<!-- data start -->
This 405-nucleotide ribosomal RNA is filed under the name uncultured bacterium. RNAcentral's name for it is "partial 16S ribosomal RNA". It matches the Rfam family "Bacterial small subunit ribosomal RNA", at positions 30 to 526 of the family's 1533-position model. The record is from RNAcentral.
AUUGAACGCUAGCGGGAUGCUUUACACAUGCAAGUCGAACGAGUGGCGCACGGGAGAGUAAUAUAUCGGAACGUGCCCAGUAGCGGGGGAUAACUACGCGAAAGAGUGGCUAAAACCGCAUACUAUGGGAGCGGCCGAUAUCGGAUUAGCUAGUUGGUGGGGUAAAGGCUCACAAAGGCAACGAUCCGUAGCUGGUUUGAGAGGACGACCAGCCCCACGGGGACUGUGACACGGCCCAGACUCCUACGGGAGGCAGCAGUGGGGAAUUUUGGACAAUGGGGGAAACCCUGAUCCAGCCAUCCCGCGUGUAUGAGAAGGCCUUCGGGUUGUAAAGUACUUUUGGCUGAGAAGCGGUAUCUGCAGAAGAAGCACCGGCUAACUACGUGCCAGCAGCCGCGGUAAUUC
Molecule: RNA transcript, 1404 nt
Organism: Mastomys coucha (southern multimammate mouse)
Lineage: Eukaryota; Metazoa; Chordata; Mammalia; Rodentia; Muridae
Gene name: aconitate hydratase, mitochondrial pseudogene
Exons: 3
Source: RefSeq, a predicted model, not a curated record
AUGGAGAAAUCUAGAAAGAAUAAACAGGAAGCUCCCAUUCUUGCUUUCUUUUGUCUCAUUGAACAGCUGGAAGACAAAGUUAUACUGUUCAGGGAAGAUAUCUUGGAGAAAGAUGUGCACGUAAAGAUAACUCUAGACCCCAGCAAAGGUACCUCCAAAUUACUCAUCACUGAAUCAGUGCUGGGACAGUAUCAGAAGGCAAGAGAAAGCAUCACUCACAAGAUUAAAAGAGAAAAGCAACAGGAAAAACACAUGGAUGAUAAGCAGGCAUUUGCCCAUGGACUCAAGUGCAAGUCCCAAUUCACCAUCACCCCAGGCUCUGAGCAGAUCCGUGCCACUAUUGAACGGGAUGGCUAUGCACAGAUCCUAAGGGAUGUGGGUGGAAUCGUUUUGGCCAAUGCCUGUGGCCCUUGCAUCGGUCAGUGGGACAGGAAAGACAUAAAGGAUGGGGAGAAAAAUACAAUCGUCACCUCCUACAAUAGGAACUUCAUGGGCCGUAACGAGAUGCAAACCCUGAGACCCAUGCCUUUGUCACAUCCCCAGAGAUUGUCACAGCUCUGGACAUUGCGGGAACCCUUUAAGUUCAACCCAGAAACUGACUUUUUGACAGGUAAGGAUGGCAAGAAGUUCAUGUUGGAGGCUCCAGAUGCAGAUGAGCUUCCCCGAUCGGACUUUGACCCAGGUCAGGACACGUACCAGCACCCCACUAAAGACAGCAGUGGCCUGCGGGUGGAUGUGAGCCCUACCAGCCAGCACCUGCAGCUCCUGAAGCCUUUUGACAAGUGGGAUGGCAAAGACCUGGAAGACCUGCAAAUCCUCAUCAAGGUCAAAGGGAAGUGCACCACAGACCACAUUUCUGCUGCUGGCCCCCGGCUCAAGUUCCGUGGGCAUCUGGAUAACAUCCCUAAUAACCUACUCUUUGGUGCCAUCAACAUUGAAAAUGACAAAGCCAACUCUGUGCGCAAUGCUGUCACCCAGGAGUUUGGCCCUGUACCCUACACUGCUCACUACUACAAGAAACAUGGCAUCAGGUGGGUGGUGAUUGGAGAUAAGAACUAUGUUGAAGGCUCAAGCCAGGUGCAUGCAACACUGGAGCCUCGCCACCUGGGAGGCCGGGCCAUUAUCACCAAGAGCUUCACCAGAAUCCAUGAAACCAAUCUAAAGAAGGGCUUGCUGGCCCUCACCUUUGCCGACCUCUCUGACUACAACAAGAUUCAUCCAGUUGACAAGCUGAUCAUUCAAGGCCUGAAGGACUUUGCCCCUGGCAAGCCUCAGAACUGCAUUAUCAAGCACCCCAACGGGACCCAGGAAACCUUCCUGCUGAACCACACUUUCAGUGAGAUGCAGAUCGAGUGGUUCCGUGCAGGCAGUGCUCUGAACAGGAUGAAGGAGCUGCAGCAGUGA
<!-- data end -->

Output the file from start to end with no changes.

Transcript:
This 405-nucleotide ribosomal RNA is filed under the name uncultured bacterium. RNAcentral's name for it is "partial 16S ribosomal RNA". It matches the Rfam family "Bacterial small subunit ribosomal RNA", at positions 30 to 526 of the family's 1533-position model. The record is from RNAcentral.
AUUGAACGCUAGCGGGAUGCUUUACACAUGCAAGUCGAACGAGUGGCGCACGGGAGAGUAAUAUAUCGGAACGUGCCCAGUAGCGGGGGAUAACUACGCGAAAGAGUGGCUAAAACCGCAUACUAUGGGAGCGGCCGAUAUCGGAUUAGCUAGUUGGUGGGGUAAAGGCUCACAAAGGCAACGAUCCGUAGCUGGUUUGAGAGGACGACCAGCCCCACGGGGACUGUGACACGGCCCAGACUCCUACGGGAGGCAGCAGUGGGGAAUUUUGGACAAUGGGGGAAACCCUGAUCCAGCCAUCCCGCGUGUAUGAGAAGGCCUUCGGGUUGUAAAGUACUUUUGGCUGAGAAGCGGUAUCUGCAGAAGAAGCACCGGCUAACUACGUGCCAGCAGCCGCGGUAAUUC
Molecule: RNA transcript, 1404 nt
Organism: Mastomys coucha (southern multimammate mouse)
Lineage: Eukaryota; Metazoa; Chordata; Mammalia; Rodentia; Muridae
Gene name: aconitate hydratase, mitochondrial pseudogene
Exons: 3
Source: RefSeq, a predicted model, not a curated record
AUGGAGAAAUCUAGAAAGAAUAAACAGGAAGCUCCCAUUCUUGCUUUCUUUUGUCUCAUUGAACAGCUGGAAGACAAAGUUAUACUGUUCAGGGAAGAUAUCUUGGAGAAAGAUGUGCACGUAAAGAUAACUCUAGACCCCAGCAAAGGUACCUCCAAAUUACUCAUCACUGAAUCAGUGCUGGGACAGUAUCAGAAGGCAAGAGAAAGCAUCACUCACAAGAUUAAAAGAGAAAAGCAACAGGAAAAACACAUGGAUGAUAAGCAGGCAUUUGCCCAUGGACUCAAGUGCAAGUCCCAAUUCACCAUCACCCCAGGCUCUGAGCAGAUCCGUGCCACUAUUGAACGGGAUGGCUAUGCACAGAUCCUAAGGGAUGUGGGUGGAAUCGUUUUGGCCAAUGCCUGUGGCCCUUGCAUCGGUCAGUGGGACAGGAAAGACAUAAAGGAUGGGGAGAAAAAUACAAUCGUCACCUCCUACAAUAGGAACUUCAUGGGCCGUAACGAGAUGCAAACCCUGAGACCCAUGCCUUUGUCACAUCCCCAGAGAUUGUCACAGCUCUGGACAUUGCGGGAACCCUUUAAGUUCAACCCAGAAACUGACUUUUUGACAGGUAAGGAUGGCAAGAAGUUCAUGUUGGAGGCUCCAGAUGCAGAUGAGCUUCCCCGAUCGGACUUUGACCCAGGUCAGGACACGUACCAGCACCCCACUAAAGACAGCAGUGGCCUGCGGGUGGAUGUGAGCCCUACCAGCCAGCACCUGCAGCUCCUGAAGCCUUUUGACAAGUGGGAUGGCAAAGACCUGGAAGACCUGCAAAUCCUCAUCAAGGUCAAAGGGAAGUGCACCACAGACCACAUUUCUGCUGCUGGCCCCCGGCUCAAGUUCCGUGGGCAUCUGGAUAACAUCCCUAAUAACCUACUCUUUGGUGCCAUCAACAUUGAAAAUGACAAAGCCAACUCUGUGCGCAAUGCUGUCACCCAGGAGUUUGGCCCUGUACCCUACACUGCUCACUACUACAAGAAACAUGGCAUCAGGUGGGUGGUGAUUGGAGAUAAGAACUAUGUUGAAGGCUCAAGCCAGGUGCAUGCAACACUGGAGCCUCGCCACCUGGGAGGCCGGGCCAUUAUCACCAAGAGCUUCACCAGAAUCCAUGAAACCAAUCUAAAGAAGGGCUUGCUGGCCCUCACCUUUGCCGACCUCUCUGACUACAACAAGAUUCAUCCAGUUGACAAGCUGAUCAUUCAAGGCCUGAAGGACUUUGCCCCUGGCAAGCCUCAGAACUGCAUUAUCAAGCACCCCAACGGGACCCAGGAAACCUUCCUGCUGAACCACACUUUCAGUGAGAUGCAGAUCGAGUGGUUCCGUGCAGGCAGUGCUCUGAACAGGAUGAAGGAGCUGCAGCAGUGA